Basically, Animation 101 in a few sentences. Plenty of resources on the web if you want more information about the subject.

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Posted 10/29/11 , edited 10/29/11

mitojee wrote:

I believe it's a combination of talent, practice and various tools and techniques that have been developed over the years. The general movement is taken care of by a Key animator who usually hand draws each frame either on paper or on a Wacom tablet. The key animator doesn't do all the frames, only the key frames which are the most important for timing. The rest of the frames can usually be done by an in-betweener or by software, though purists may not like software tweening.

You can get the general timing long before anything is colored or finalized. There are tools such as animator's watches and x-sheets that let you build out each scene frame by frame. For example, if you are animating at 24 frames per second (which is usually actually 12 doubled up since much lower budget animation is done on two's or sometimes slower) means that if your action is estimated at taking 2 seconds, you need 48 finished frames. If it's an action scene that requires the smoothest motion, you decide to animate on "ones" but you don't need to actually draw all 48 frames to do the action. Say, it's a fist punch, you rough out the timing by using your watch and playing out the scene to get a basic idea of the time. You estimate the frames where you want the action to begin and stop; the artistry comes in on where you want to add a bit of your own "mojo" to it. In the Disney school, this is where you'd add the stretch and squash (basically, the theory that you have to exaggerate the movement in order to make it more interesting; actually stopping at the most realistic moment can look flat and boring).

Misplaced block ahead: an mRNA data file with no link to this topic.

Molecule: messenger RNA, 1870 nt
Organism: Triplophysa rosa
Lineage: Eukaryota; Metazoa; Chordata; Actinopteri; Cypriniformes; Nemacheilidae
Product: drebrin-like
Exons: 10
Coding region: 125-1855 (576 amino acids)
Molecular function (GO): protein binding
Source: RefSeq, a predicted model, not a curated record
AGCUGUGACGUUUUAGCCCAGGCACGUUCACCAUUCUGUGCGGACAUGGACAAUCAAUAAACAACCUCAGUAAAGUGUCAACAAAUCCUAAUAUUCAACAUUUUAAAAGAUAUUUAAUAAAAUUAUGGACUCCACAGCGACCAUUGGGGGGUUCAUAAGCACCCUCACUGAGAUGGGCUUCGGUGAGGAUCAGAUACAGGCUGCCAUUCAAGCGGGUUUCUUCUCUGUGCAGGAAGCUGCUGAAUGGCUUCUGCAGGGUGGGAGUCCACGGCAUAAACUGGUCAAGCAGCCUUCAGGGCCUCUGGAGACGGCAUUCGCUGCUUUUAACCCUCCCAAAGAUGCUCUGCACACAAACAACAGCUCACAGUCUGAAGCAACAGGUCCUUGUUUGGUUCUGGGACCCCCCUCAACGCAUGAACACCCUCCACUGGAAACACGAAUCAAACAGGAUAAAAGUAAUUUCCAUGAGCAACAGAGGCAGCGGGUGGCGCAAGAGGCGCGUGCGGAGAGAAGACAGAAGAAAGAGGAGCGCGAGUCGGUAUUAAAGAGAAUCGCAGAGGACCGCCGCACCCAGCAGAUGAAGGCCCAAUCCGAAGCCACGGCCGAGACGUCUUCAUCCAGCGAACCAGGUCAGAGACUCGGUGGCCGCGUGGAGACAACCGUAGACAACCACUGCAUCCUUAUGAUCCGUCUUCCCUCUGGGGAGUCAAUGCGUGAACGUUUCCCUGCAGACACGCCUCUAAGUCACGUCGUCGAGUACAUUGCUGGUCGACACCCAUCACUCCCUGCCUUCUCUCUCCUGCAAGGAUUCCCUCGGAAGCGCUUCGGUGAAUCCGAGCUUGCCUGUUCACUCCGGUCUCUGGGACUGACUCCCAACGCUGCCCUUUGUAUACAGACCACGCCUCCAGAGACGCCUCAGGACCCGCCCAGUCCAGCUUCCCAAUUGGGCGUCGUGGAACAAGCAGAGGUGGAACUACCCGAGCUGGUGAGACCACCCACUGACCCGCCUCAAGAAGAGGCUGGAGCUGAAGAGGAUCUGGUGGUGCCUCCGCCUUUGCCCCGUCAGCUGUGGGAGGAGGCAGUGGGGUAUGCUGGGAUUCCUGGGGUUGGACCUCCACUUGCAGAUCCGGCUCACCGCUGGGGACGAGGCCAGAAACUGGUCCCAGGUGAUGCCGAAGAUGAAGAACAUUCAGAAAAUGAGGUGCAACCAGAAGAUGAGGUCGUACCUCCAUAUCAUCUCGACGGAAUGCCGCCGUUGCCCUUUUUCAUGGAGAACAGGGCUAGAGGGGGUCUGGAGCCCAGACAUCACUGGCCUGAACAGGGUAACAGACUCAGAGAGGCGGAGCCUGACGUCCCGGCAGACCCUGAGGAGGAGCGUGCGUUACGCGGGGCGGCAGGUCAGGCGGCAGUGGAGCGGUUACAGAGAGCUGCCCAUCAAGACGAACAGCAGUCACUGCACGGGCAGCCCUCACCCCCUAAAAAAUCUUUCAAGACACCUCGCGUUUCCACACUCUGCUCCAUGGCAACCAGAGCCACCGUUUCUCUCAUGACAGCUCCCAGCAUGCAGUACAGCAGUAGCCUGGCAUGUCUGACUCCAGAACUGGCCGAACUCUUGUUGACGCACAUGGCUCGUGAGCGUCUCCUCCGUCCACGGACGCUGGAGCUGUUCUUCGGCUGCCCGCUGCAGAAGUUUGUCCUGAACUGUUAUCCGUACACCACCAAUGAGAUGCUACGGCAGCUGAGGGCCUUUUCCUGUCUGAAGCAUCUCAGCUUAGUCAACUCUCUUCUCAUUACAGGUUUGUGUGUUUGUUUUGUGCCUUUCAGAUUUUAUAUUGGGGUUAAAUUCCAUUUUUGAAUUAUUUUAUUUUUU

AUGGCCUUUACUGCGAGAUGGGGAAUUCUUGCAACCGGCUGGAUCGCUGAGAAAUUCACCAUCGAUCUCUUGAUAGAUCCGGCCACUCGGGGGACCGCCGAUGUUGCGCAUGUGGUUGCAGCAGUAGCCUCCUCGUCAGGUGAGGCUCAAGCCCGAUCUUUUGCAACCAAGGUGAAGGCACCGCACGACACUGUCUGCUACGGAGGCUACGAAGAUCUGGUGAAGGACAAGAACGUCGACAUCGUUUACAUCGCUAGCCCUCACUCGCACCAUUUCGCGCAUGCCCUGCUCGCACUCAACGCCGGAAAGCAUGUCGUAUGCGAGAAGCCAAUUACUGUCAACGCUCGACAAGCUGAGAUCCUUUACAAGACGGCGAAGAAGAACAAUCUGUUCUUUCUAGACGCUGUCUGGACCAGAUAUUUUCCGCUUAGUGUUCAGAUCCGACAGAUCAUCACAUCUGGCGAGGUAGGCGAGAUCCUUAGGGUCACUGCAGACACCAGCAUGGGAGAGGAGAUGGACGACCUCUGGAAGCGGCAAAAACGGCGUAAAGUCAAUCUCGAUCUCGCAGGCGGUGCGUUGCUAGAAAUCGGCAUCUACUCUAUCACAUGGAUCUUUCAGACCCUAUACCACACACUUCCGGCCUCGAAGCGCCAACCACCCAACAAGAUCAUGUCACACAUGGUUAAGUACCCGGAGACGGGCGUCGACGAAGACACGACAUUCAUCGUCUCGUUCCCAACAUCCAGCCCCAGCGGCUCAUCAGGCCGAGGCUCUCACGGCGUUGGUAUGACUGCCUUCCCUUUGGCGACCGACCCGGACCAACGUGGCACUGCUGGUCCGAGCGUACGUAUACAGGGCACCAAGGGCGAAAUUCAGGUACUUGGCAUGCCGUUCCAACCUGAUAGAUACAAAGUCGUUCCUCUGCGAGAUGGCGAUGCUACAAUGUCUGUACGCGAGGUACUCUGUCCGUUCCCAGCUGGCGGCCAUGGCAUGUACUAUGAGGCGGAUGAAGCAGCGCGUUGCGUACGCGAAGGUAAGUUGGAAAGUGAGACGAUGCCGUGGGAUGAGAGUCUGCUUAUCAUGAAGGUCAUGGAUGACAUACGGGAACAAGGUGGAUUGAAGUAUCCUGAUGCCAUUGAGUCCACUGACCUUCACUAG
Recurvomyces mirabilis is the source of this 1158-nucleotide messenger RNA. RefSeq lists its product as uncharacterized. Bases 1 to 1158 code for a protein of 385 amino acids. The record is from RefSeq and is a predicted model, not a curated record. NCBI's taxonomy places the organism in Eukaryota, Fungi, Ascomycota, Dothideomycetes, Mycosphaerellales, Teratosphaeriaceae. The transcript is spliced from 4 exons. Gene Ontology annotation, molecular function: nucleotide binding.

After a while many movements are probably re-cycled because you already timed out the fist punch for one character, you can probably use the same timing for another scene, etc. If you've got a walk cycle timing done, you can re-use it for many other characters or scenes.

There is software that lets you play back the raw sketches at the frame rate chosen for the project. Even for 3D projects its useful to create an animatic for timing purposes before actually doing full on modeling or rendering. Basically, computers have made it much easier these days, and the software lets you do everything from the raw sketches all the way to final composition, coloring and output.


Basically, Animation 101 in a few sentences. Plenty of resources on the web if you want more information about the subject.



Thanks.